Beth finds it tough to focus when she’s
practicing so setting that 5-10 minutes aside and then actually going in and
knowing what to practice so So in terms of figuring out how to
create a good practice schedule, what would you suggest is the best way to
actually be able to sit down and get a good productive session in and and not
just get up want to get up after five minutes? Sure. So I guess just to give the
context I am coming at this from maybe a different perspective from a lot of
music teachers and a lot of musicians who’ve learned in the traditional way and for me this was a real discovery that you can take responsibility for your music
practice in this way. So first off, just great ask this question, because there’s
a lot of musicians you either don’t give any thought to how they practice or
they’ve been learning with an instrument teacher, they get their homework as it
were each week and that’s basically all they do and they feel satisfied if they
tick the boxes and as you would well know if you’ve like there’s more to it
than that. You’ve got to think through a bit more what you’re trying to
accomplish and how to get there. And so I’d love to unpack this into a few
pieces because, it’s such a big question and I think you know one
question is when should you practice music. So you know how do you schedule
it into your day, how much time do you need? Another is what should you be using that
time for? What are of the important things to cover in your practice time? And then, the
third big thing is how can you make sure the time you do have is really effective
and it’s going to you know give the best bang for your buck. And so, to dig into
the first of those, a lot of people once they get past school really struggled to
find time for music and I think a lot of people in your community are in this
situation where you know music may be more than a hobby maybe they’re doing it
on a part-time basis or they’re earning some money with it but it’s still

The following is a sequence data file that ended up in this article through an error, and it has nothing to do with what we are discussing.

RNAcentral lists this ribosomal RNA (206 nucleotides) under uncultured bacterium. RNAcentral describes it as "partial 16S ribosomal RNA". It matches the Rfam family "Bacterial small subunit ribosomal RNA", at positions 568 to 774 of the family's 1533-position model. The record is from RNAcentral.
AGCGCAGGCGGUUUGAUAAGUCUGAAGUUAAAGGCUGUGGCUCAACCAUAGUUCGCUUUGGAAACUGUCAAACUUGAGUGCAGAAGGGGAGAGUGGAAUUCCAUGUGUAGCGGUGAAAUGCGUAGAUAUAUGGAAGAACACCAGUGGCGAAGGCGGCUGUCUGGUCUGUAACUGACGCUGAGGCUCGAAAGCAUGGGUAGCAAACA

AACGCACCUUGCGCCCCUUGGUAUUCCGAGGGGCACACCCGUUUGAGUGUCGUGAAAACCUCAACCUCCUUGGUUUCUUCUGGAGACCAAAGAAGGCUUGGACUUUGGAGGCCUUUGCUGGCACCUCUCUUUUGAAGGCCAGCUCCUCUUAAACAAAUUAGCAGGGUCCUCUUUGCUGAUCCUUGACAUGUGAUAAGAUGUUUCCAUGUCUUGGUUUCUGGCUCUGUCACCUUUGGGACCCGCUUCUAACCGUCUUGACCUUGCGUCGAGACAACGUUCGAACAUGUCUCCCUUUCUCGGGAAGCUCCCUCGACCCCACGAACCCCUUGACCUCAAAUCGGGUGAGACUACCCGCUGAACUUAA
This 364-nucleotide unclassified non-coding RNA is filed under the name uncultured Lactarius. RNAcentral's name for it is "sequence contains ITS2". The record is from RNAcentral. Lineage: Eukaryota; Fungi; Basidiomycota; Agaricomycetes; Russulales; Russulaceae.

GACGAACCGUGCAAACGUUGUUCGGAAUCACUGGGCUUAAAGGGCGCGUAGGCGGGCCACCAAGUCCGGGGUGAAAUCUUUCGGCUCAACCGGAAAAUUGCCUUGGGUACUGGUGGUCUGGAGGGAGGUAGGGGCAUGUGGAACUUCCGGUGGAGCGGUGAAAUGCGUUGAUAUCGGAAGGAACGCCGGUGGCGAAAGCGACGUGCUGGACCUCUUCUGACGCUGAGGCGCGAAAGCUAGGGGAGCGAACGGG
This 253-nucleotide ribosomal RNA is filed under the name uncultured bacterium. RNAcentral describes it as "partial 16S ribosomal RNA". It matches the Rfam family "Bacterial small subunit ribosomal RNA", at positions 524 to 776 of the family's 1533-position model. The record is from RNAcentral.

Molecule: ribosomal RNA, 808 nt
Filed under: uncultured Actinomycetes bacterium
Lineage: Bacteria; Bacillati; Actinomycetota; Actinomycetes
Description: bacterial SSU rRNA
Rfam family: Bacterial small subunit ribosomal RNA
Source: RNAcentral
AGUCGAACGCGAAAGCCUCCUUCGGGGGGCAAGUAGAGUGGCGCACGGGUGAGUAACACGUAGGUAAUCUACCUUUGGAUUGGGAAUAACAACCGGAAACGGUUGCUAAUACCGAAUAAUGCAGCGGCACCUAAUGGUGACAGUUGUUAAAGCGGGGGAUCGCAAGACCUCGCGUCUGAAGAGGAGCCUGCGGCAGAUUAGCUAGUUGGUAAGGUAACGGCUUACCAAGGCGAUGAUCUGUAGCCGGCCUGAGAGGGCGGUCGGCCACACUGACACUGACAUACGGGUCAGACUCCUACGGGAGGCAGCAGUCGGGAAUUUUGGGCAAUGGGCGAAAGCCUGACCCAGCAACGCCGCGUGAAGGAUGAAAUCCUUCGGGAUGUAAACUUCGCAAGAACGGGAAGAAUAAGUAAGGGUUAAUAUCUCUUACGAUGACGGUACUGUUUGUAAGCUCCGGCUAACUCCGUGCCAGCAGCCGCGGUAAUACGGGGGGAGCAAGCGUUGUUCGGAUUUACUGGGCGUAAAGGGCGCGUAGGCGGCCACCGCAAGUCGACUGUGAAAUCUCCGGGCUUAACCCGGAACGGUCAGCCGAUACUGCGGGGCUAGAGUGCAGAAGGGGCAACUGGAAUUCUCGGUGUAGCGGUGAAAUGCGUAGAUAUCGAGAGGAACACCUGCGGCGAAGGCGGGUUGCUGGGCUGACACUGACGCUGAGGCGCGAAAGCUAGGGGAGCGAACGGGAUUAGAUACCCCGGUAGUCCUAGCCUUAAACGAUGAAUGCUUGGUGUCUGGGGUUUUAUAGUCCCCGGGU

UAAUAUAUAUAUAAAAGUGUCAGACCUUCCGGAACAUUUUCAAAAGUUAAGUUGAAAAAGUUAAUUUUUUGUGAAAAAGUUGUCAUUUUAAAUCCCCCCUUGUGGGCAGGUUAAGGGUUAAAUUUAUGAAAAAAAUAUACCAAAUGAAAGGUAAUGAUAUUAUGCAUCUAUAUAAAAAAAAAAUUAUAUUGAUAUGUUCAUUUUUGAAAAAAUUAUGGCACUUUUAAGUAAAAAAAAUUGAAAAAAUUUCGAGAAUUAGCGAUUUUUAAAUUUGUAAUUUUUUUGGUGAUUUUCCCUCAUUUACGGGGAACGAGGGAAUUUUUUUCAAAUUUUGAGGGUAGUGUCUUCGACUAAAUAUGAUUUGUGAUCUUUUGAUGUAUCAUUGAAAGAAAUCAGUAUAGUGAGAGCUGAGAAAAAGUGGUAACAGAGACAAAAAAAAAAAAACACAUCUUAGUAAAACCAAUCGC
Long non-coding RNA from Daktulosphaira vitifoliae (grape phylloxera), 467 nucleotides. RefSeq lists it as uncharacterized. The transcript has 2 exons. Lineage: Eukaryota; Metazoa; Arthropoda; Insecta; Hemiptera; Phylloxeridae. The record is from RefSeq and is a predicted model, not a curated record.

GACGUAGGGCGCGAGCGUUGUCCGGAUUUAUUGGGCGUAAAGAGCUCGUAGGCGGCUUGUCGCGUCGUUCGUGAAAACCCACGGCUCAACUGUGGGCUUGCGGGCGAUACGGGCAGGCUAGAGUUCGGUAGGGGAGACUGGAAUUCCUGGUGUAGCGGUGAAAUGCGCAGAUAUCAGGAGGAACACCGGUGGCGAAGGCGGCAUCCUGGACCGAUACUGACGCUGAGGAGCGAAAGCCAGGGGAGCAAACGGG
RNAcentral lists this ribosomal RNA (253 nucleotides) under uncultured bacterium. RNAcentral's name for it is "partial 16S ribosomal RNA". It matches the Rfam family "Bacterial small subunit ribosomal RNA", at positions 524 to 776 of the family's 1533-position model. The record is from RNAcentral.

something that has to exist alongside a lot of other interests and
responsibilities. You know in our community at Musical U we have a lot
of people coming to it as adults. They might have kids, they might have a
nine-to-five job, and so that time is really precious and it can be hard to
make sure you kind of protect it and you guard it and you actually
get it done each day. So I have a few tips I tend to give for this. One is just don’t
be too ambitious with it, you know it’s much better in music to set aside 15
minutes a day and do it every day then to try and set aside you know four
hours at the weekend to do a mammoth session. Particularly for the kind of ear
training skills, but also for instrument skills and studying theory a little and
often works much better than kind of big bursts so enthusiasm and finding the
time and then two weeks pass and nothing happens. So don’t be too ambitious
but try and be consistent rather than too ambitious with how much time you set
aside. One thing has helps a lot of our members is the idea of music time where
you kind of give it that label and you say look 6:00 -6:30 every evening
is music time. “That’s that” you know I’m going to be there every day and it’s an
appointment like you treat a dentist appointment or requirement that you pick
your kids up from school 6:00 to 6:30 is music time and that’s that. And for some
people that works great and it gives them that kind of rigidity to a bother
making a happen each day for other people their schedules wacky and every
day is different and that’s just not realistic. So the other strategy you can
use there is to accept that it’s just going to happen when it happens and you
know it might be first thing in the morning because you’re going to be
waiting for your ride share and you’ve got the time to spare or you might be
doing ear training on your phone and you do it while waiting for the bus. Or you
might find that the day flies by and you’ve got to do a 11:00 p.m. before you go
to bed. But you can still have that kind of determination: “I will carve out my 15
minutes and I will do it every day”. So, some combination of those
tactics tends to help people find the time on a consistent basis. Hopefully
that covers kind of when to do it and how much to do it. I think that’s really
cool and and I think regardless it’s it’s interesting.